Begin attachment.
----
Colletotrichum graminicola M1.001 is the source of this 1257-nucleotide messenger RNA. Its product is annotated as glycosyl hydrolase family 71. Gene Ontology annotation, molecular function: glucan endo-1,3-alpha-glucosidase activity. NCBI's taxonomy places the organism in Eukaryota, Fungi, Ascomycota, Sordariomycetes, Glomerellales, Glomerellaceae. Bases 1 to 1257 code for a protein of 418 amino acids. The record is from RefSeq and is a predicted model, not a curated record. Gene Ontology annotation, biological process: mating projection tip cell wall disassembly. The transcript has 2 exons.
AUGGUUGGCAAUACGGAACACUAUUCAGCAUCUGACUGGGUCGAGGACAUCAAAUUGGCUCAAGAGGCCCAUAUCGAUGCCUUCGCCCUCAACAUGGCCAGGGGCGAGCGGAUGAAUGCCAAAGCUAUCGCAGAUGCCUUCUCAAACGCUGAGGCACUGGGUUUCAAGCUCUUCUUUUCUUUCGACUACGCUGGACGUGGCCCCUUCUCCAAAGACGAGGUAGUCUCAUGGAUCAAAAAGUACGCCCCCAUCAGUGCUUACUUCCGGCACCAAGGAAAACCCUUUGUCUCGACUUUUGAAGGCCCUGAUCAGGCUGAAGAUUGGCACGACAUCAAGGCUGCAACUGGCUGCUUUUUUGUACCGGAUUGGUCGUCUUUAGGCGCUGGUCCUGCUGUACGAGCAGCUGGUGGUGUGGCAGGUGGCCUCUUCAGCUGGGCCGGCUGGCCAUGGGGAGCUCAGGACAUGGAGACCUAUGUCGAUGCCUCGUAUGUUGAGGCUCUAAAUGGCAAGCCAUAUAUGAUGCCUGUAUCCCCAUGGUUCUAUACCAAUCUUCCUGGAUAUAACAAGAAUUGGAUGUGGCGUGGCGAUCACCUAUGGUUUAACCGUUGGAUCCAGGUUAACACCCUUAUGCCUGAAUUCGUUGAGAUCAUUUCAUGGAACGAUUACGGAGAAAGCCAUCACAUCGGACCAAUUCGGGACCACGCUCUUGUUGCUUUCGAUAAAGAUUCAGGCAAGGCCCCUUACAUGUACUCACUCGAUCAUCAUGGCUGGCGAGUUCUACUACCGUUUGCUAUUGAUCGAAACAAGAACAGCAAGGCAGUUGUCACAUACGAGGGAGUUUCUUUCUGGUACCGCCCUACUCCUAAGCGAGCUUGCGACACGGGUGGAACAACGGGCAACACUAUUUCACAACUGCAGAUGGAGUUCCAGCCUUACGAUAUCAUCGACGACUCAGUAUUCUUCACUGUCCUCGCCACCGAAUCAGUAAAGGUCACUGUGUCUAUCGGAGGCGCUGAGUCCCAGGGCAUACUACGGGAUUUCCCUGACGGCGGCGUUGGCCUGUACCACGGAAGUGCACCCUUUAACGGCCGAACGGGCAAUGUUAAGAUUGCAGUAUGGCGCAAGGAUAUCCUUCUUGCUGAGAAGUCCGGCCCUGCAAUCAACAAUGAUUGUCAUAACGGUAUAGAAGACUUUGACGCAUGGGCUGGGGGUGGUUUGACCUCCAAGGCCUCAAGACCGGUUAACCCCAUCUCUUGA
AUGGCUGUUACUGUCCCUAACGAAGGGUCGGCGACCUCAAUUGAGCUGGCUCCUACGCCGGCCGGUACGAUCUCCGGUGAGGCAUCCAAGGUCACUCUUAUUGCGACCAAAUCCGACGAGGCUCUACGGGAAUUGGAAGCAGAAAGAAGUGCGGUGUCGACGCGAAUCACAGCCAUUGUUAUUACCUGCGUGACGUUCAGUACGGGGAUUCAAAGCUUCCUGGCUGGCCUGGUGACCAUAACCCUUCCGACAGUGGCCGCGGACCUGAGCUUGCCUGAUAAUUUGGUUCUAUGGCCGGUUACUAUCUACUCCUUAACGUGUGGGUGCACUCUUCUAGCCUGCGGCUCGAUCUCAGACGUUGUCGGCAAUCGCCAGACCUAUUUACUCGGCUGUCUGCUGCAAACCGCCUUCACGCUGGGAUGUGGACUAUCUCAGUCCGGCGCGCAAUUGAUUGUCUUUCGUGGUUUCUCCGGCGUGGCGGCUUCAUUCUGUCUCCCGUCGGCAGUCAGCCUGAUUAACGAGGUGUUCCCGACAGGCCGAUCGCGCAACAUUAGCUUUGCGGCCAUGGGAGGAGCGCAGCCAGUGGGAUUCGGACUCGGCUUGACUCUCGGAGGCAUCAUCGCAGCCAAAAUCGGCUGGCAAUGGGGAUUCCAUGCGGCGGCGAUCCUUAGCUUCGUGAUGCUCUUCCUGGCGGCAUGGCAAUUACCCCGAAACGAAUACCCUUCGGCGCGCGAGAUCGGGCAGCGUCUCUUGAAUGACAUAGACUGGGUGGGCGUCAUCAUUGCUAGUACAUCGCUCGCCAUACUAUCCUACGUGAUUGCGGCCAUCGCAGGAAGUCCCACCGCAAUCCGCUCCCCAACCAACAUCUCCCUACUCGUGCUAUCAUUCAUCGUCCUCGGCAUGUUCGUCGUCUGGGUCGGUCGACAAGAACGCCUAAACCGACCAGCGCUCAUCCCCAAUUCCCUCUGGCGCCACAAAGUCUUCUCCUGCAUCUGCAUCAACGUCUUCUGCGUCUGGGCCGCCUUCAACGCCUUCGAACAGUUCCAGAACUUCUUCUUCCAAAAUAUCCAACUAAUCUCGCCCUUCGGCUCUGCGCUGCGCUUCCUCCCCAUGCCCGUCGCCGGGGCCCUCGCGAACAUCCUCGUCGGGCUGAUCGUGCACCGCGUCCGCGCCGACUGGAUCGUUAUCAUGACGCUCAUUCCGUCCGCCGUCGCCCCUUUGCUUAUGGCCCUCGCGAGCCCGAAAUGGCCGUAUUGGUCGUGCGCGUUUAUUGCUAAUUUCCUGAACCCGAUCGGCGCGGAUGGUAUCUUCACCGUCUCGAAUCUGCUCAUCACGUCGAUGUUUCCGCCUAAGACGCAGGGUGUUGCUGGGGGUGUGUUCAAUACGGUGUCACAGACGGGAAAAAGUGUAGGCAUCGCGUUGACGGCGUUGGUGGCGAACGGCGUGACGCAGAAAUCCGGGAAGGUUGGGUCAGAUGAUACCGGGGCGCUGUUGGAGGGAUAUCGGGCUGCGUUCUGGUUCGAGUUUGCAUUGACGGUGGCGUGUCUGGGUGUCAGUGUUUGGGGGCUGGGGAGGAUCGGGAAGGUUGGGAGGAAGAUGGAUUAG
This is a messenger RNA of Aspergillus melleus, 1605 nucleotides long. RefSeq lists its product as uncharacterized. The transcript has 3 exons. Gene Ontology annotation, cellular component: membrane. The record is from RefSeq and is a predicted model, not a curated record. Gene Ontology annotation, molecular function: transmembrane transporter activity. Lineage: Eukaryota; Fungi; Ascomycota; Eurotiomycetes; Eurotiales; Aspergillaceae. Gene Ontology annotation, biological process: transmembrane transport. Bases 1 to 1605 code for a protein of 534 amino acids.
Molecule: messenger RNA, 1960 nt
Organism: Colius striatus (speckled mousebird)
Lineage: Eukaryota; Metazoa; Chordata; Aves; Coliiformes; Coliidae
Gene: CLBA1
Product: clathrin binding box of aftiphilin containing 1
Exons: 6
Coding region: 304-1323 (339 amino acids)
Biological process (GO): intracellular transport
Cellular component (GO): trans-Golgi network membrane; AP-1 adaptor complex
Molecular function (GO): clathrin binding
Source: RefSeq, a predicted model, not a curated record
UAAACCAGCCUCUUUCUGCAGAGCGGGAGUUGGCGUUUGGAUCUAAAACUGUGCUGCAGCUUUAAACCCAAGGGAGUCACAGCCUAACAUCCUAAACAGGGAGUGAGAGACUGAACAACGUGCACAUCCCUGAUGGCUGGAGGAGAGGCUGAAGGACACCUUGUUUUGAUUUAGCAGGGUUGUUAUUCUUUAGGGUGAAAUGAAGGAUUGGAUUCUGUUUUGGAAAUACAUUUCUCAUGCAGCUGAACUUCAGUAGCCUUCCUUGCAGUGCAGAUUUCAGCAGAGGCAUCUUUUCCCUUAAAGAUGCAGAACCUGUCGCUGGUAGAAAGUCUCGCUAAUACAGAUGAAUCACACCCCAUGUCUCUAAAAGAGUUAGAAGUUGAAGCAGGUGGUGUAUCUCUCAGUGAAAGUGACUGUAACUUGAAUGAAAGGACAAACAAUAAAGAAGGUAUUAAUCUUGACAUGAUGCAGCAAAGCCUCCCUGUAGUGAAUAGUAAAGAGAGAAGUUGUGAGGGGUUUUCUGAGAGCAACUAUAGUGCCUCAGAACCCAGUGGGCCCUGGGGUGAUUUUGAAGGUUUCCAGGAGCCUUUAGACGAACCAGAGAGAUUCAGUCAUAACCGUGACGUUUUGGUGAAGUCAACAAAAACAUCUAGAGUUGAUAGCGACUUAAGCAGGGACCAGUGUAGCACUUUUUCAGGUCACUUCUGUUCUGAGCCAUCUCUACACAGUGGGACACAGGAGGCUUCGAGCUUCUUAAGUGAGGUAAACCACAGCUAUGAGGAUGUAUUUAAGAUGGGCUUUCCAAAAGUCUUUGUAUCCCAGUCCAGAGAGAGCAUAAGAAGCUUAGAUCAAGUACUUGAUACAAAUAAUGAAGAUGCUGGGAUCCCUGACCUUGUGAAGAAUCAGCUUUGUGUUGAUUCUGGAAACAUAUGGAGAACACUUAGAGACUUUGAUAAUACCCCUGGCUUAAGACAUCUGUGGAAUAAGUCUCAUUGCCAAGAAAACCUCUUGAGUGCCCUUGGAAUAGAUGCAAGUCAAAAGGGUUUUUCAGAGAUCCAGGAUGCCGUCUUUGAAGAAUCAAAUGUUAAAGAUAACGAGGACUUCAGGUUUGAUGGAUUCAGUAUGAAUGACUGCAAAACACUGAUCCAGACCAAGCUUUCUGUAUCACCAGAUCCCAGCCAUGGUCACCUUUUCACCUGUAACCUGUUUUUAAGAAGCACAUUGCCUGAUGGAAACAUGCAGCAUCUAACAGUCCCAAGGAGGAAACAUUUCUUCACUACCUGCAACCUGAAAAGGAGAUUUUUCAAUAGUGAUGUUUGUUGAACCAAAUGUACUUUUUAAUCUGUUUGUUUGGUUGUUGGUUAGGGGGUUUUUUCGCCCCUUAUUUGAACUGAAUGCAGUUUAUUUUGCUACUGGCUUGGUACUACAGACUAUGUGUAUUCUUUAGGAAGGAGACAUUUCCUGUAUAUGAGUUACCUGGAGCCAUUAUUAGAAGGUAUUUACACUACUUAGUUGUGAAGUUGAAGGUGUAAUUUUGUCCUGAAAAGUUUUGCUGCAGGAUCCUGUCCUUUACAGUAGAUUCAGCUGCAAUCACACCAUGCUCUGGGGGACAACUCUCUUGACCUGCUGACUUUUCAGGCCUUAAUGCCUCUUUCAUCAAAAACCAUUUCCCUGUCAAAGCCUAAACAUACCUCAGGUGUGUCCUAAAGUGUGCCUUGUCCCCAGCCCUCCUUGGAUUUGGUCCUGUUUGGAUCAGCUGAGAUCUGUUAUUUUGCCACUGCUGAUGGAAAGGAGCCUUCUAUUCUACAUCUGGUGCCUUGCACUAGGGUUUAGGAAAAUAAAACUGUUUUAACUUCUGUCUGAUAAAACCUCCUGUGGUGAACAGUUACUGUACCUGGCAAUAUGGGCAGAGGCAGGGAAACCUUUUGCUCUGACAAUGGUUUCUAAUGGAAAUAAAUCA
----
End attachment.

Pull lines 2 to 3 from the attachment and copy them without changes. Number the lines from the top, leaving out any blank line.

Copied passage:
AUGGUUGGCAAUACGGAACACUAUUCAGCAUCUGACUGGGUCGAGGACAUCAAAUUGGCUCAAGAGGCCCAUAUCGAUGCCUUCGCCCUCAACAUGGCCAGGGGCGAGCGGAUGAAUGCCAAAGCUAUCGCAGAUGCCUUCUCAAACGCUGAGGCACUGGGUUUCAAGCUCUUCUUUUCUUUCGACUACGCUGGACGUGGCCCCUUCUCCAAAGACGAGGUAGUCUCAUGGAUCAAAAAGUACGCCCCCAUCAGUGCUUACUUCCGGCACCAAGGAAAACCCUUUGUCUCGACUUUUGAAGGCCCUGAUCAGGCUGAAGAUUGGCACGACAUCAAGGCUGCAACUGGCUGCUUUUUUGUACCGGAUUGGUCGUCUUUAGGCGCUGGUCCUGCUGUACGAGCAGCUGGUGGUGUGGCAGGUGGCCUCUUCAGCUGGGCCGGCUGGCCAUGGGGAGCUCAGGACAUGGAGACCUAUGUCGAUGCCUCGUAUGUUGAGGCUCUAAAUGGCAAGCCAUAUAUGAUGCCUGUAUCCCCAUGGUUCUAUACCAAUCUUCCUGGAUAUAACAAGAAUUGGAUGUGGCGUGGCGAUCACCUAUGGUUUAACCGUUGGAUCCAGGUUAACACCCUUAUGCCUGAAUUCGUUGAGAUCAUUUCAUGGAACGAUUACGGAGAAAGCCAUCACAUCGGACCAAUUCGGGACCACGCUCUUGUUGCUUUCGAUAAAGAUUCAGGCAAGGCCCCUUACAUGUACUCACUCGAUCAUCAUGGCUGGCGAGUUCUACUACCGUUUGCUAUUGAUCGAAACAAGAACAGCAAGGCAGUUGUCACAUACGAGGGAGUUUCUUUCUGGUACCGCCCUACUCCUAAGCGAGCUUGCGACACGGGUGGAACAACGGGCAACACUAUUUCACAACUGCAGAUGGAGUUCCAGCCUUACGAUAUCAUCGACGACUCAGUAUUCUUCACUGUCCUCGCCACCGAAUCAGUAAAGGUCACUGUGUCUAUCGGAGGCGCUGAGUCCCAGGGCAUACUACGGGAUUUCCCUGACGGCGGCGUUGGCCUGUACCACGGAAGUGCACCCUUUAACGGCCGAACGGGCAAUGUUAAGAUUGCAGUAUGGCGCAAGGAUAUCCUUCUUGCUGAGAAGUCCGGCCCUGCAAUCAACAAUGAUUGUCAUAACGGUAUAGAAGACUUUGACGCAUGGGCUGGGGGUGGUUUGACCUCCAAGGCCUCAAGACCGGUUAACCCCAUCUCUUGA
AUGGCUGUUACUGUCCCUAACGAAGGGUCGGCGACCUCAAUUGAGCUGGCUCCUACGCCGGCCGGUACGAUCUCCGGUGAGGCAUCCAAGGUCACUCUUAUUGCGACCAAAUCCGACGAGGCUCUACGGGAAUUGGAAGCAGAAAGAAGUGCGGUGUCGACGCGAAUCACAGCCAUUGUUAUUACCUGCGUGACGUUCAGUACGGGGAUUCAAAGCUUCCUGGCUGGCCUGGUGACCAUAACCCUUCCGACAGUGGCCGCGGACCUGAGCUUGCCUGAUAAUUUGGUUCUAUGGCCGGUUACUAUCUACUCCUUAACGUGUGGGUGCACUCUUCUAGCCUGCGGCUCGAUCUCAGACGUUGUCGGCAAUCGCCAGACCUAUUUACUCGGCUGUCUGCUGCAAACCGCCUUCACGCUGGGAUGUGGACUAUCUCAGUCCGGCGCGCAAUUGAUUGUCUUUCGUGGUUUCUCCGGCGUGGCGGCUUCAUUCUGUCUCCCGUCGGCAGUCAGCCUGAUUAACGAGGUGUUCCCGACAGGCCGAUCGCGCAACAUUAGCUUUGCGGCCAUGGGAGGAGCGCAGCCAGUGGGAUUCGGACUCGGCUUGACUCUCGGAGGCAUCAUCGCAGCCAAAAUCGGCUGGCAAUGGGGAUUCCAUGCGGCGGCGAUCCUUAGCUUCGUGAUGCUCUUCCUGGCGGCAUGGCAAUUACCCCGAAACGAAUACCCUUCGGCGCGCGAGAUCGGGCAGCGUCUCUUGAAUGACAUAGACUGGGUGGGCGUCAUCAUUGCUAGUACAUCGCUCGCCAUACUAUCCUACGUGAUUGCGGCCAUCGCAGGAAGUCCCACCGCAAUCCGCUCCCCAACCAACAUCUCCCUACUCGUGCUAUCAUUCAUCGUCCUCGGCAUGUUCGUCGUCUGGGUCGGUCGACAAGAACGCCUAAACCGACCAGCGCUCAUCCCCAAUUCCCUCUGGCGCCACAAAGUCUUCUCCUGCAUCUGCAUCAACGUCUUCUGCGUCUGGGCCGCCUUCAACGCCUUCGAACAGUUCCAGAACUUCUUCUUCCAAAAUAUCCAACUAAUCUCGCCCUUCGGCUCUGCGCUGCGCUUCCUCCCCAUGCCCGUCGCCGGGGCCCUCGCGAACAUCCUCGUCGGGCUGAUCGUGCACCGCGUCCGCGCCGACUGGAUCGUUAUCAUGACGCUCAUUCCGUCCGCCGUCGCCCCUUUGCUUAUGGCCCUCGCGAGCCCGAAAUGGCCGUAUUGGUCGUGCGCGUUUAUUGCUAAUUUCCUGAACCCGAUCGGCGCGGAUGGUAUCUUCACCGUCUCGAAUCUGCUCAUCACGUCGAUGUUUCCGCCUAAGACGCAGGGUGUUGCUGGGGGUGUGUUCAAUACGGUGUCACAGACGGGAAAAAGUGUAGGCAUCGCGUUGACGGCGUUGGUGGCGAACGGCGUGACGCAGAAAUCCGGGAAGGUUGGGUCAGAUGAUACCGGGGCGCUGUUGGAGGGAUAUCGGGCUGCGUUCUGGUUCGAGUUUGCAUUGACGGUGGCGUGUCUGGGUGUCAGUGUUUGGGGGCUGGGGAGGAUCGGGAAGGUUGGGAGGAAGAUGGAUUAG